For those desperate for hard data on the effect of Chinese buyers in the Vancouver housing market, answers seemed to come from the most unlikely of sources – China's state run newspaper.
The China Daily ran a story – later picked up by a Forbes blog – which said that "according to Colliers International, a real estate service provider, the proportion of Chinese buyers in Vancouver's property market is on the rise. At the end of the first quarter this year, it increased to 29 per cent of all home buyers."
The buying is attributed to a desire to move money out of the country, preferably into hard assets, as China restricts home ownership in the country in a bid to cool the market.
This all matters because market watchers are increasingly anxious about the state of Vancouver's real estate industry, with recent reports suggesting it is now the third most expensive in North America.
Some are calling for restrictions on foreign investment – without knowing how much money is actually coming into the city.
But alas, nothing is so transparent in a market such as Vancouver, which doesn't actually track foreign investment. The Colliers report believed to be at the heart of the article – Marketshare First Quarter 2011 – doesn't actually quantify the number of buyers and goes out of its way to play down the effect they may be having.
"There seems to be more myths than facts about Mainland Chinese investing," Colliers president Greg Ashley wrote in the intro.
"This trend is certainly impacting single family housing values in Vancouver-West and Richmond. However, it is not the driving force behind all sales. A number of recent launches reported large numbers of Asian buyers -- yet a significant portion of these buyers are actually local residents not foreigners."
In the last six months, said the China Daily, Chinese buyers spent $200-million through Colliers' international property department with most of the money going toward Canada, the U.K. and Australia.
But all three destinations feature some very expensive real estate. Even if you divide that by three – $66,666,666 per market – that seems like a small piece of the action. The resale market in Vancouver accounted for $2.1-billion of activity – in May alone.
And there's no logical reason to split it equally – London's population is 7.5 million compared to Vancouver's 580,000. Australia is a whole country.
BMO Nesbitt burns recently said Vancouver appears primed for a correction, with the average house now costing "an astounding" 11.2 times a family’s average income – more than double the national average.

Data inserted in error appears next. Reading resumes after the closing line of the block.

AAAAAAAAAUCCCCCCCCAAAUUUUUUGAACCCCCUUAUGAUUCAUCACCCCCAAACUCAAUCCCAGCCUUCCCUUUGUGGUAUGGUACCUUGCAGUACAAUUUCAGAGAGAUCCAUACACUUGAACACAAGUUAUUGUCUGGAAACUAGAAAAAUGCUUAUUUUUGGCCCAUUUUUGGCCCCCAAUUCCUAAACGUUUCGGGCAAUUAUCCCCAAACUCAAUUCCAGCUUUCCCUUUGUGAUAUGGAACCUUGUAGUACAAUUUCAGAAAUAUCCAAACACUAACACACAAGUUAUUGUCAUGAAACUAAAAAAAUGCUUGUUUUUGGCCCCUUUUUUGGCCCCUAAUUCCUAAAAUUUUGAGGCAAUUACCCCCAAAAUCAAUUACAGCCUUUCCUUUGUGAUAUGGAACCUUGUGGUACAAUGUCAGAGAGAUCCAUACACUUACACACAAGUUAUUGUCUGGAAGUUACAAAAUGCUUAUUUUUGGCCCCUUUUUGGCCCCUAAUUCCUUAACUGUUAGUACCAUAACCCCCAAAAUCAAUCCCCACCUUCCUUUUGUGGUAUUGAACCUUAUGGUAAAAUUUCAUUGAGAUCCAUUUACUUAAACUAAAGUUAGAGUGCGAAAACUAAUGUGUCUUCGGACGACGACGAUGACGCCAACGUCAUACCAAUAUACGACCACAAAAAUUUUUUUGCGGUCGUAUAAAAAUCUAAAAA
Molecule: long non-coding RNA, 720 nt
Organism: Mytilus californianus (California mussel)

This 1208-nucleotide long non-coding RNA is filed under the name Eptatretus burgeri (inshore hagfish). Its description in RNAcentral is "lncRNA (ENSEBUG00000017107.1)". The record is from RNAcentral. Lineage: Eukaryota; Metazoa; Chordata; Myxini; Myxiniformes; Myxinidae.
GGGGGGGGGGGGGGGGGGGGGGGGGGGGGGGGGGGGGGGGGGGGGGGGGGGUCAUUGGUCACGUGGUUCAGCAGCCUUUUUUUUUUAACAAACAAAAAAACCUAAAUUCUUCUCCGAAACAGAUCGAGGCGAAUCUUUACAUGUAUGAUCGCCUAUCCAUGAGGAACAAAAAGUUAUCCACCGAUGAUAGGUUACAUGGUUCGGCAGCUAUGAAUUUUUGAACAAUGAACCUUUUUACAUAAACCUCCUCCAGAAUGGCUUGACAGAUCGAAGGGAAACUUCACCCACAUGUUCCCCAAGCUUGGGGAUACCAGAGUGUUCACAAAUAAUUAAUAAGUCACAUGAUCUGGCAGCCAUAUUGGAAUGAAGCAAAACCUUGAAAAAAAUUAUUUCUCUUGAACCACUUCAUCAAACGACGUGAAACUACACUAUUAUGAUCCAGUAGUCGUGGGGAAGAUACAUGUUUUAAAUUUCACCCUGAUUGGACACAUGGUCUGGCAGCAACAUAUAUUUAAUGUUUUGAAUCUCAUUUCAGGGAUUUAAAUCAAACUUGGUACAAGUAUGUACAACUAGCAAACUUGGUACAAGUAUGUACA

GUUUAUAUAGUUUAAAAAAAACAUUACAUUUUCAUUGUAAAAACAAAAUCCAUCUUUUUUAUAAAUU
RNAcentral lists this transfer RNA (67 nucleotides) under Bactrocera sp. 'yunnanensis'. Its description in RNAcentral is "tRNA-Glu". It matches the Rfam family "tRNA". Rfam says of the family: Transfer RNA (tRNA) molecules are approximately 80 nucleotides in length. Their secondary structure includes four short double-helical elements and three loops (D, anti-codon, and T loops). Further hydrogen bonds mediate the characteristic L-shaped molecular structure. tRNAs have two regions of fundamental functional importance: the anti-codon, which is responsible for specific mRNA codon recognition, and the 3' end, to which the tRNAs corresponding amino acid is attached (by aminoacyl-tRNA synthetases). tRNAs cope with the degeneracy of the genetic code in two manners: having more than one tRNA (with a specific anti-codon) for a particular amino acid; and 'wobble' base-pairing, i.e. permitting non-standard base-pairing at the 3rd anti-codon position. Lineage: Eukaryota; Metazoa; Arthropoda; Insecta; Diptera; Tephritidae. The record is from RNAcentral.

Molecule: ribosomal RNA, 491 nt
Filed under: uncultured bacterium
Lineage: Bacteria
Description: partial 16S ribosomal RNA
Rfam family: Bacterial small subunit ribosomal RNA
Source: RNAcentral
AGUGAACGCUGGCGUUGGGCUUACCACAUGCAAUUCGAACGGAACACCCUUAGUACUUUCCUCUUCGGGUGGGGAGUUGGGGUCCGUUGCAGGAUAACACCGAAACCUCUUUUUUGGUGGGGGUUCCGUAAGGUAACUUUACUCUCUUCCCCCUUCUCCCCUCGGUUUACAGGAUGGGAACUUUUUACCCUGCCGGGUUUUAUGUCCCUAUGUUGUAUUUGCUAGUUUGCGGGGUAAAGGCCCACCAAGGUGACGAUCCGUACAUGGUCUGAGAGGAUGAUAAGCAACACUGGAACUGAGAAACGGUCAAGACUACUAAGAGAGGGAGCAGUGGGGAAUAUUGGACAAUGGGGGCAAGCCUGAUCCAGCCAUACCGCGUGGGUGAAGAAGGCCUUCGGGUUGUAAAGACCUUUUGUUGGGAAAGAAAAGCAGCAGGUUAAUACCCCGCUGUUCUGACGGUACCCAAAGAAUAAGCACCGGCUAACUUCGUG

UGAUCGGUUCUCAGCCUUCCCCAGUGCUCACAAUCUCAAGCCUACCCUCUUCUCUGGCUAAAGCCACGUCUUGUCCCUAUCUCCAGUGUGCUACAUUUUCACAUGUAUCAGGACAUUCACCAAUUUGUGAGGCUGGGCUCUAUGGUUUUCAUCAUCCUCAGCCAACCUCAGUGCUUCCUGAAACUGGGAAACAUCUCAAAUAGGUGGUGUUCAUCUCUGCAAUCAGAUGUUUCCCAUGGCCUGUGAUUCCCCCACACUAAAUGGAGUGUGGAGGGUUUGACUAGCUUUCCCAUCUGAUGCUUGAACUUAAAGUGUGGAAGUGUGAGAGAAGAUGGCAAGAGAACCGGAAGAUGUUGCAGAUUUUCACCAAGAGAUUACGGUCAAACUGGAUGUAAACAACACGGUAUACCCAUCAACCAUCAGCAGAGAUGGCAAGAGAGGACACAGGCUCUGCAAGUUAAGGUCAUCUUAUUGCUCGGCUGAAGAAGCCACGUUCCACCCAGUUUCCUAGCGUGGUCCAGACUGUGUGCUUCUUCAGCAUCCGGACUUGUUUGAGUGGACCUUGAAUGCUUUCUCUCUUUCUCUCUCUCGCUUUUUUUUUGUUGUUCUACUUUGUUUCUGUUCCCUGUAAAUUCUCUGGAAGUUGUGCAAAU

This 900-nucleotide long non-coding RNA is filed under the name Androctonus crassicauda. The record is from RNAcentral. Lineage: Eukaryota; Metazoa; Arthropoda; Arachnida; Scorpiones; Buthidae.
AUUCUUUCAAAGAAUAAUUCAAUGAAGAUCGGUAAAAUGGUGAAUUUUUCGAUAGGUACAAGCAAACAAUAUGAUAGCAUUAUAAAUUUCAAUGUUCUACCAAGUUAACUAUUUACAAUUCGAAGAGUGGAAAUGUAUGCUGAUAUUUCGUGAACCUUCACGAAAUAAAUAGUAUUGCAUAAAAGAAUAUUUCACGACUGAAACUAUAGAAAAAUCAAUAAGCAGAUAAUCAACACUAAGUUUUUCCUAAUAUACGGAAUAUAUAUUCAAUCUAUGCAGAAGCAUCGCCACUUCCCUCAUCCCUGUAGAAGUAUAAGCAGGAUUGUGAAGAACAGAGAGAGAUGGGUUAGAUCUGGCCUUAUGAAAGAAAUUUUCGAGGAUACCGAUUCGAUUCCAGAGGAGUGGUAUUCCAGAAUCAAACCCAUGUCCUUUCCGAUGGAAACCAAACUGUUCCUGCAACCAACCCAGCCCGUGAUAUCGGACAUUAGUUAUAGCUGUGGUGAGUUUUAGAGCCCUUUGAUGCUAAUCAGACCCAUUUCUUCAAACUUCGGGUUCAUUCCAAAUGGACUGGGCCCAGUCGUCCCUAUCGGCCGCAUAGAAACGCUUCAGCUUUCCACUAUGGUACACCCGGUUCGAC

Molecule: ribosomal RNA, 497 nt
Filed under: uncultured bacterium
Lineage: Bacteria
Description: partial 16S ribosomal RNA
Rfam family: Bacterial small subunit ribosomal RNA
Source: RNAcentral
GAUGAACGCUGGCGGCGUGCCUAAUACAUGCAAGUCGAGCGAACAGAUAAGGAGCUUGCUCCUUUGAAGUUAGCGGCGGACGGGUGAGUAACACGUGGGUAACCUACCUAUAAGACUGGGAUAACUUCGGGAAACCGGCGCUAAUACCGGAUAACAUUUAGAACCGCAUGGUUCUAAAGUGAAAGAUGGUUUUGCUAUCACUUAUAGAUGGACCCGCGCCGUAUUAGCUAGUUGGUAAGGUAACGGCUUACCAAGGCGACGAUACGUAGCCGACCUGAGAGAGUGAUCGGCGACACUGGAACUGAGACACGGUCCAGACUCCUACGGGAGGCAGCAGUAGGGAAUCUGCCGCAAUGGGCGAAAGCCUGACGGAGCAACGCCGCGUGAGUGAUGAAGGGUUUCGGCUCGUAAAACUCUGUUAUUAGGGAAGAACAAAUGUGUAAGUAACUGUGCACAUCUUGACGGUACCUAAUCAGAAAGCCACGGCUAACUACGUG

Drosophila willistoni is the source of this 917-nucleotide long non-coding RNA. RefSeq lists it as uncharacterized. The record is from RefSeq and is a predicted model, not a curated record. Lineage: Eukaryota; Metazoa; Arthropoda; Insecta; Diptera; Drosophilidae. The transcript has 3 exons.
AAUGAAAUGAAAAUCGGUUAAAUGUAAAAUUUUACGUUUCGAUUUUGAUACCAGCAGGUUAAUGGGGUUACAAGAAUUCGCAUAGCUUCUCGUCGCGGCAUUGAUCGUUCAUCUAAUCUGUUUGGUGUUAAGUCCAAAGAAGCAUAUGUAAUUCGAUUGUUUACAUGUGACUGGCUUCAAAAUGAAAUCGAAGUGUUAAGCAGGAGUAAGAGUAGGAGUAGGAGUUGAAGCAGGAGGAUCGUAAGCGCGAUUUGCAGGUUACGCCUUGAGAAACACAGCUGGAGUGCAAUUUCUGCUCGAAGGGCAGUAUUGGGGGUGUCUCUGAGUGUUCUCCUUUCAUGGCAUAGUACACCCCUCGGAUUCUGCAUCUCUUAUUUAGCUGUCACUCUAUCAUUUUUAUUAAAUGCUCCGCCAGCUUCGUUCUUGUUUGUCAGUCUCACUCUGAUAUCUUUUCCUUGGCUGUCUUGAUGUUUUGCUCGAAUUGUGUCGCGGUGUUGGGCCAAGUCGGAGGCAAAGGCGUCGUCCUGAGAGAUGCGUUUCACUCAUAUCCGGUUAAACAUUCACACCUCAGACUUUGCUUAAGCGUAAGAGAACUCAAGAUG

The report also mentions the Chinese, but not investors. Instead, it points out that many immigrants have decided to live in the city to take advantage of business relationships and the school system – quite a different scenario than investors buying up expensive properties and leaving them vacant.
It's a trend that the city's heaviest hitter backs: local high-end broker Bob Rennie said in a recent speech that while up to 90 per cent of the city's properties selling for more than $2-million were being sold to the Chinese, "they have relationships here, will use their home and contribute to the economy."
The report also states that "due to the latest financial push from China, the average price of a home in Greater Vancouver rose 12 per cent in 2010 and is expected to rise another 3 per cent this year, according to the Canada Mortgage and Housing Corporation."
CMHC – which actually tracks new housing prices – said in its latest report that prices are likely to increase by 14 per cent by the end of 2011.
The Greater Vancouver Real Estate Board said the residential benchmark price – a measure it uses to smooth its data – was $577,808 at the end of 2010, meaning prices gained 2.7 per cent in the year.
Unlike some countries, Canada doesn't track foreign investment in real estate. That leaves the private sector to fill the gap, and methodologies vary wildly. Colliers used Urban Analytics Inc. to gather its data, a company that relies on site visits and staff interviews to get an idea of what's happening in the market.
The research doesn't have Colliers looking to close the city's gates.
"While debate is healthy, restricting foreign investment will not only affect our real estate market, development industry, housing supply and our economy it may also damage how we are viewed in the world," Mr. Ashley wrote. "Personally, I'd rather live in a place that is envied and sought after by people all over the world."
Bank of Canada Governor Mark Carney said last week – from Vancouver – that some of the country's cities need to be watched closely.
But again, any data about foreign buyers is anecdotal and hardly the stuff to base policy upon. Instead, he's watching the effect of low interest rates and exuberant buyers.
"The risk is that expectations become extrapolative, prompting the classic market emotions of fear and greed – greed among speculators and investors, and fear among households that getting a foot on the property ladder is a now-or-never proposition," he said.
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